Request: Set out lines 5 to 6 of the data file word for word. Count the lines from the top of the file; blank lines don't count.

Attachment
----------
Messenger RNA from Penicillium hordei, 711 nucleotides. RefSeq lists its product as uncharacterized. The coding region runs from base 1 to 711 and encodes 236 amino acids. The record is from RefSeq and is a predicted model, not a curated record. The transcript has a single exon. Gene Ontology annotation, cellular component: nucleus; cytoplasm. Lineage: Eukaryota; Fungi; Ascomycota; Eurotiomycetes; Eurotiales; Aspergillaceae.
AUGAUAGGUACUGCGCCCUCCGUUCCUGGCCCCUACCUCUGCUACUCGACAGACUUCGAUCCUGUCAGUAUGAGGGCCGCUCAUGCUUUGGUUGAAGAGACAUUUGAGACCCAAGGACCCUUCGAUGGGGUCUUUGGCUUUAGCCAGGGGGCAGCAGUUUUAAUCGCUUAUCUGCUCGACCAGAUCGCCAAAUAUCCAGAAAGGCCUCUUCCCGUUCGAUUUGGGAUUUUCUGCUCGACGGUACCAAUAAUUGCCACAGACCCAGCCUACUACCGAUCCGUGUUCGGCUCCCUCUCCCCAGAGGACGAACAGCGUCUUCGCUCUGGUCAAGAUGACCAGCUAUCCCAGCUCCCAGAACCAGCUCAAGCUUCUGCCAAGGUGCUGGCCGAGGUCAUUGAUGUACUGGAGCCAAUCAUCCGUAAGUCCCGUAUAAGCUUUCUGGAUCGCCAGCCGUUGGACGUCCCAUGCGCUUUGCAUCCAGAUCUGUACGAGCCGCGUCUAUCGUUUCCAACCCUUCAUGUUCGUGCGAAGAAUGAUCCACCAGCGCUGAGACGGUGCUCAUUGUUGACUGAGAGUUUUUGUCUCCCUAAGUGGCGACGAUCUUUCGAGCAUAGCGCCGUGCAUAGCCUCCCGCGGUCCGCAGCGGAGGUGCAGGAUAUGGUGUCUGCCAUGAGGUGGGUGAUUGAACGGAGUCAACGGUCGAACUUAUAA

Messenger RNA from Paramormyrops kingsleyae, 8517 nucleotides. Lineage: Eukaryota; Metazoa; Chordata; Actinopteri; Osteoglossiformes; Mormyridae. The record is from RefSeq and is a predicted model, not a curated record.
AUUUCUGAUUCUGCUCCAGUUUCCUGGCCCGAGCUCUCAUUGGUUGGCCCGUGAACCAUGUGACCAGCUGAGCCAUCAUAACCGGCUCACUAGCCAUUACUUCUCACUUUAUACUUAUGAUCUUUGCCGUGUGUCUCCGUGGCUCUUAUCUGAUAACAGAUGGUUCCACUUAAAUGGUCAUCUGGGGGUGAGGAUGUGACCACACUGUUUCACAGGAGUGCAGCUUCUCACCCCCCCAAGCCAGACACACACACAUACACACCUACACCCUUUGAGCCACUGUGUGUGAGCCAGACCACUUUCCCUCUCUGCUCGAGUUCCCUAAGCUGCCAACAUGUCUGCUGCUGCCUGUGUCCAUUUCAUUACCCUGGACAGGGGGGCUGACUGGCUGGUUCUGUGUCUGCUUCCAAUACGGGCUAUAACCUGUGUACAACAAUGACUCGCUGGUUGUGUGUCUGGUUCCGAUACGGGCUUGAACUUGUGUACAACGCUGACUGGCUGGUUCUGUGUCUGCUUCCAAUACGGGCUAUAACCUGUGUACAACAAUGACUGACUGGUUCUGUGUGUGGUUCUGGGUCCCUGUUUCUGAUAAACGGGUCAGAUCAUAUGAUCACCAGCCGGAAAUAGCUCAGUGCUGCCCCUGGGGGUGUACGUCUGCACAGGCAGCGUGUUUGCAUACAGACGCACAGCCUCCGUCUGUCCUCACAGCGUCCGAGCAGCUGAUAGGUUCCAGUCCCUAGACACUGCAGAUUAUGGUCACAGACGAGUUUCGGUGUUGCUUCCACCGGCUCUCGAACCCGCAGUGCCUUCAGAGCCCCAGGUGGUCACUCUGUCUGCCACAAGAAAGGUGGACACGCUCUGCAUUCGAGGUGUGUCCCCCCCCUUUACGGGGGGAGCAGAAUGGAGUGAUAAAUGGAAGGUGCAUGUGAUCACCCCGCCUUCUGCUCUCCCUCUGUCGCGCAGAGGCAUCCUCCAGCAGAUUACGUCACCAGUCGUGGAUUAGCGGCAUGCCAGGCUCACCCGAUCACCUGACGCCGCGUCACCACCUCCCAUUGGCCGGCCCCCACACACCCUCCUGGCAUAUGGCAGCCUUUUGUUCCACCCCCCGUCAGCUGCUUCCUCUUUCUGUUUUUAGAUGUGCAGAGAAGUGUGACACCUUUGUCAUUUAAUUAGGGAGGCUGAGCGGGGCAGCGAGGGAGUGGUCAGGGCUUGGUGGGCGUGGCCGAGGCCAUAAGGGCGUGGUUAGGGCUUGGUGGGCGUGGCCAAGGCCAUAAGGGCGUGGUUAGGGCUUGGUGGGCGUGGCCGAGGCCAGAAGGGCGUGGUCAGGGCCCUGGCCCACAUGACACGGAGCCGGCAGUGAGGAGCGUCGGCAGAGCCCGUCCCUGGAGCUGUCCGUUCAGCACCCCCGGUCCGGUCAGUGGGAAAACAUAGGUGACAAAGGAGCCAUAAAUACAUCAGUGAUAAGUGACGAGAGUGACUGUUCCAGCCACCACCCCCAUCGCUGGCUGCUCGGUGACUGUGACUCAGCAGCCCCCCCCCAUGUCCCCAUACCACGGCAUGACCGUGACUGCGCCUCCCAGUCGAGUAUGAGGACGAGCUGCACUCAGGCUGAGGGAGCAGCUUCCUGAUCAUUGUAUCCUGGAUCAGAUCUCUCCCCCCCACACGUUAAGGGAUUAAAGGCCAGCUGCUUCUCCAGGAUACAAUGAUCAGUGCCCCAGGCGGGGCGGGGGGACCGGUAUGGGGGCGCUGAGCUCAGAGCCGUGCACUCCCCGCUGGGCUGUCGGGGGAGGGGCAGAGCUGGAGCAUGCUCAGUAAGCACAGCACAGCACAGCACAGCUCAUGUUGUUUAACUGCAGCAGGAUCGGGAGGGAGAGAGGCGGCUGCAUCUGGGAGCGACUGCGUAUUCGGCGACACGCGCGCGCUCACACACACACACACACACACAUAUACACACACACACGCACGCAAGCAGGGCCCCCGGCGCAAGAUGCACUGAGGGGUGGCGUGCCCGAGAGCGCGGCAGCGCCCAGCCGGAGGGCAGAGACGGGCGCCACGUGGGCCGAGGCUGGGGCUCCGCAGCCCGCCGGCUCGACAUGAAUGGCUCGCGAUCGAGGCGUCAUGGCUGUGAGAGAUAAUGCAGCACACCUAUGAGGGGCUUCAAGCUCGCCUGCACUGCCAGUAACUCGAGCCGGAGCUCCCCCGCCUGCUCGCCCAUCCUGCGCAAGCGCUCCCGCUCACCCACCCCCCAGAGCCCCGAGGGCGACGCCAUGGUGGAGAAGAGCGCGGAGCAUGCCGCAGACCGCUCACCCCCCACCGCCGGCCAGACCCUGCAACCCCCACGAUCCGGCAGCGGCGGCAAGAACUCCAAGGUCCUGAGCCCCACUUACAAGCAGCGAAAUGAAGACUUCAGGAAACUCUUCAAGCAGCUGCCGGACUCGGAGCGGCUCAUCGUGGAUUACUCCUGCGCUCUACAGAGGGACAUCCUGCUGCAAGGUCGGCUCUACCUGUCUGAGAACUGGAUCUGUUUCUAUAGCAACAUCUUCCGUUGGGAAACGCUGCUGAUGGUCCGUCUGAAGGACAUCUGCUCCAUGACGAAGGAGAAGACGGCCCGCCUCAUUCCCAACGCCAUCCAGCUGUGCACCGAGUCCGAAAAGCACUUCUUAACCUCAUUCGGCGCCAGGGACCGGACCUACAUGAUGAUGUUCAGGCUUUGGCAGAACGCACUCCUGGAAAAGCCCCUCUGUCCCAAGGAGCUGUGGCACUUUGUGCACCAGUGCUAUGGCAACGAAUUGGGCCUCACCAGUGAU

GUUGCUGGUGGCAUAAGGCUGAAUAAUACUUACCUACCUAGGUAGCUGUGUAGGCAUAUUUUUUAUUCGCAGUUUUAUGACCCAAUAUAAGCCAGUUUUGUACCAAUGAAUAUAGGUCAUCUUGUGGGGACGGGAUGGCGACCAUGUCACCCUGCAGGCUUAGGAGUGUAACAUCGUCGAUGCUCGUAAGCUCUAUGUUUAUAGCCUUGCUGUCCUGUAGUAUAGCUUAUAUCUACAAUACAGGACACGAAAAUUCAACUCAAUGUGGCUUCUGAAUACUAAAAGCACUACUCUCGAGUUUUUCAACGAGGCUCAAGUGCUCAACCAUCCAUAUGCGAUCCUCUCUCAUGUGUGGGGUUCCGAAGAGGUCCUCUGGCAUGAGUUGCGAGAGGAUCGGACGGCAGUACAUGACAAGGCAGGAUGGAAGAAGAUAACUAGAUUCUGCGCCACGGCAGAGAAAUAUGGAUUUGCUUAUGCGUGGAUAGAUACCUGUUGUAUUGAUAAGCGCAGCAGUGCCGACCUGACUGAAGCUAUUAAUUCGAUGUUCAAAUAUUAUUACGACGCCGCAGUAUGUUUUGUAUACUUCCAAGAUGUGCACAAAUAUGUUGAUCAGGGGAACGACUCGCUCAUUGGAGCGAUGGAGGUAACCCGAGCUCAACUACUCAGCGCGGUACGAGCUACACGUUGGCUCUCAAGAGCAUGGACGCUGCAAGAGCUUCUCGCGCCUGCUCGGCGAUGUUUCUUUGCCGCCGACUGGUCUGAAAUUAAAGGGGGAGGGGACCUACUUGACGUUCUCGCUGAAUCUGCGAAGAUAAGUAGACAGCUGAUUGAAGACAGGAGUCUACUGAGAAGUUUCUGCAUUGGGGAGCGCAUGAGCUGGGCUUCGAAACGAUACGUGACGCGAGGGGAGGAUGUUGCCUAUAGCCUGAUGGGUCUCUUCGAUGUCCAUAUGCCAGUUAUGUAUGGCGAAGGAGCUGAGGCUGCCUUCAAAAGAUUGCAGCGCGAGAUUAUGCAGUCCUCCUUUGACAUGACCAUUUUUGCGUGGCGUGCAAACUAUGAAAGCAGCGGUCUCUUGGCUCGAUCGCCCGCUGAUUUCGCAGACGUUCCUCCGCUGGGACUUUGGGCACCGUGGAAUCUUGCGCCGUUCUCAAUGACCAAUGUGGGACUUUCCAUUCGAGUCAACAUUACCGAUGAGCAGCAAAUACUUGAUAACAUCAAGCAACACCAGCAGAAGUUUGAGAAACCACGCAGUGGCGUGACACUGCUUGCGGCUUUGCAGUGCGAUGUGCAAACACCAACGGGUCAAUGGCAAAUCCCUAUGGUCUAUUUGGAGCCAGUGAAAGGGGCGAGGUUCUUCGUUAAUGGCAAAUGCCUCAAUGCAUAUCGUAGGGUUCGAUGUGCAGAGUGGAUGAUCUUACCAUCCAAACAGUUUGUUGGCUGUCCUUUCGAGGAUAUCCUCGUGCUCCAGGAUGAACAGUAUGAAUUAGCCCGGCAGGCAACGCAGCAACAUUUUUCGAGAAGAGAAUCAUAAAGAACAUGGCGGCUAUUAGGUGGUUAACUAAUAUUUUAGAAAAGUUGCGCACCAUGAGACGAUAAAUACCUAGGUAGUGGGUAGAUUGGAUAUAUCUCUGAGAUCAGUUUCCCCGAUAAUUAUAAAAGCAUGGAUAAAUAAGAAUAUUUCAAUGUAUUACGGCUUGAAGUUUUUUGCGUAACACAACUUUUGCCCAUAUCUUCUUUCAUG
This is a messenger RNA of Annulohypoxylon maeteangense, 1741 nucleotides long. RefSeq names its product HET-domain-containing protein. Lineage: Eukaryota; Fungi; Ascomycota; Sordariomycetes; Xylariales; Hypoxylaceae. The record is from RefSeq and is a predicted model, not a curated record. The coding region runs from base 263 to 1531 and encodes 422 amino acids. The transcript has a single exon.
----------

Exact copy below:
GUUGCUGGUGGCAUAAGGCUGAAUAAUACUUACCUACCUAGGUAGCUGUGUAGGCAUAUUUUUUAUUCGCAGUUUUAUGACCCAAUAUAAGCCAGUUUUGUACCAAUGAAUAUAGGUCAUCUUGUGGGGACGGGAUGGCGACCAUGUCACCCUGCAGGCUUAGGAGUGUAACAUCGUCGAUGCUCGUAAGCUCUAUGUUUAUAGCCUUGCUGUCCUGUAGUAUAGCUUAUAUCUACAAUACAGGACACGAAAAUUCAACUCAAUGUGGCUUCUGAAUACUAAAAGCACUACUCUCGAGUUUUUCAACGAGGCUCAAGUGCUCAACCAUCCAUAUGCGAUCCUCUCUCAUGUGUGGGGUUCCGAAGAGGUCCUCUGGCAUGAGUUGCGAGAGGAUCGGACGGCAGUACAUGACAAGGCAGGAUGGAAGAAGAUAACUAGAUUCUGCGCCACGGCAGAGAAAUAUGGAUUUGCUUAUGCGUGGAUAGAUACCUGUUGUAUUGAUAAGCGCAGCAGUGCCGACCUGACUGAAGCUAUUAAUUCGAUGUUCAAAUAUUAUUACGACGCCGCAGUAUGUUUUGUAUACUUCCAAGAUGUGCACAAAUAUGUUGAUCAGGGGAACGACUCGCUCAUUGGAGCGAUGGAGGUAACCCGAGCUCAACUACUCAGCGCGGUACGAGCUACACGUUGGCUCUCAAGAGCAUGGACGCUGCAAGAGCUUCUCGCGCCUGCUCGGCGAUGUUUCUUUGCCGCCGACUGGUCUGAAAUUAAAGGGGGAGGGGACCUACUUGACGUUCUCGCUGAAUCUGCGAAGAUAAGUAGACAGCUGAUUGAAGACAGGAGUCUACUGAGAAGUUUCUGCAUUGGGGAGCGCAUGAGCUGGGCUUCGAAACGAUACGUGACGCGAGGGGAGGAUGUUGCCUAUAGCCUGAUGGGUCUCUUCGAUGUCCAUAUGCCAGUUAUGUAUGGCGAAGGAGCUGAGGCUGCCUUCAAAAGAUUGCAGCGCGAGAUUAUGCAGUCCUCCUUUGACAUGACCAUUUUUGCGUGGCGUGCAAACUAUGAAAGCAGCGGUCUCUUGGCUCGAUCGCCCGCUGAUUUCGCAGACGUUCCUCCGCUGGGACUUUGGGCACCGUGGAAUCUUGCGCCGUUCUCAAUGACCAAUGUGGGACUUUCCAUUCGAGUCAACAUUACCGAUGAGCAGCAAAUACUUGAUAACAUCAAGCAACACCAGCAGAAGUUUGAGAAACCACGCAGUGGCGUGACACUGCUUGCGGCUUUGCAGUGCGAUGUGCAAACACCAACGGGUCAAUGGCAAAUCCCUAUGGUCUAUUUGGAGCCAGUGAAAGGGGCGAGGUUCUUCGUUAAUGGCAAAUGCCUCAAUGCAUAUCGUAGGGUUCGAUGUGCAGAGUGGAUGAUCUUACCAUCCAAACAGUUUGUUGGCUGUCCUUUCGAGGAUAUCCUCGUGCUCCAGGAUGAACAGUAUGAAUUAGCCCGGCAGGCAACGCAGCAACAUUUUUCGAGAAGAGAAUCAUAAAGAACAUGGCGGCUAUUAGGUGGUUAACUAAUAUUUUAGAAAAGUUGCGCACCAUGAGACGAUAAAUACCUAGGUAGUGGGUAGAUUGGAUAUAUCUCUGAGAUCAGUUUCCCCGAUAAUUAUAAAAGCAUGGAUAAAUAAGAAUAUUUCAAUGUAUUACGGCUUGAAGUUUUUUGCGUAACACAACUUUUGCCCAUAUCUUCUUUCAUG
This is a messenger RNA of Annulohypoxylon maeteangense, 1741 nucleotides long. RefSeq names its product HET-domain-containing protein. Lineage: Eukaryota; Fungi; Ascomycota; Sordariomycetes; Xylariales; Hypoxylaceae. The record is from RefSeq and is a predicted model, not a curated record. The coding region runs from base 263 to 1531 and encodes 422 amino acids. The transcript has a single exon.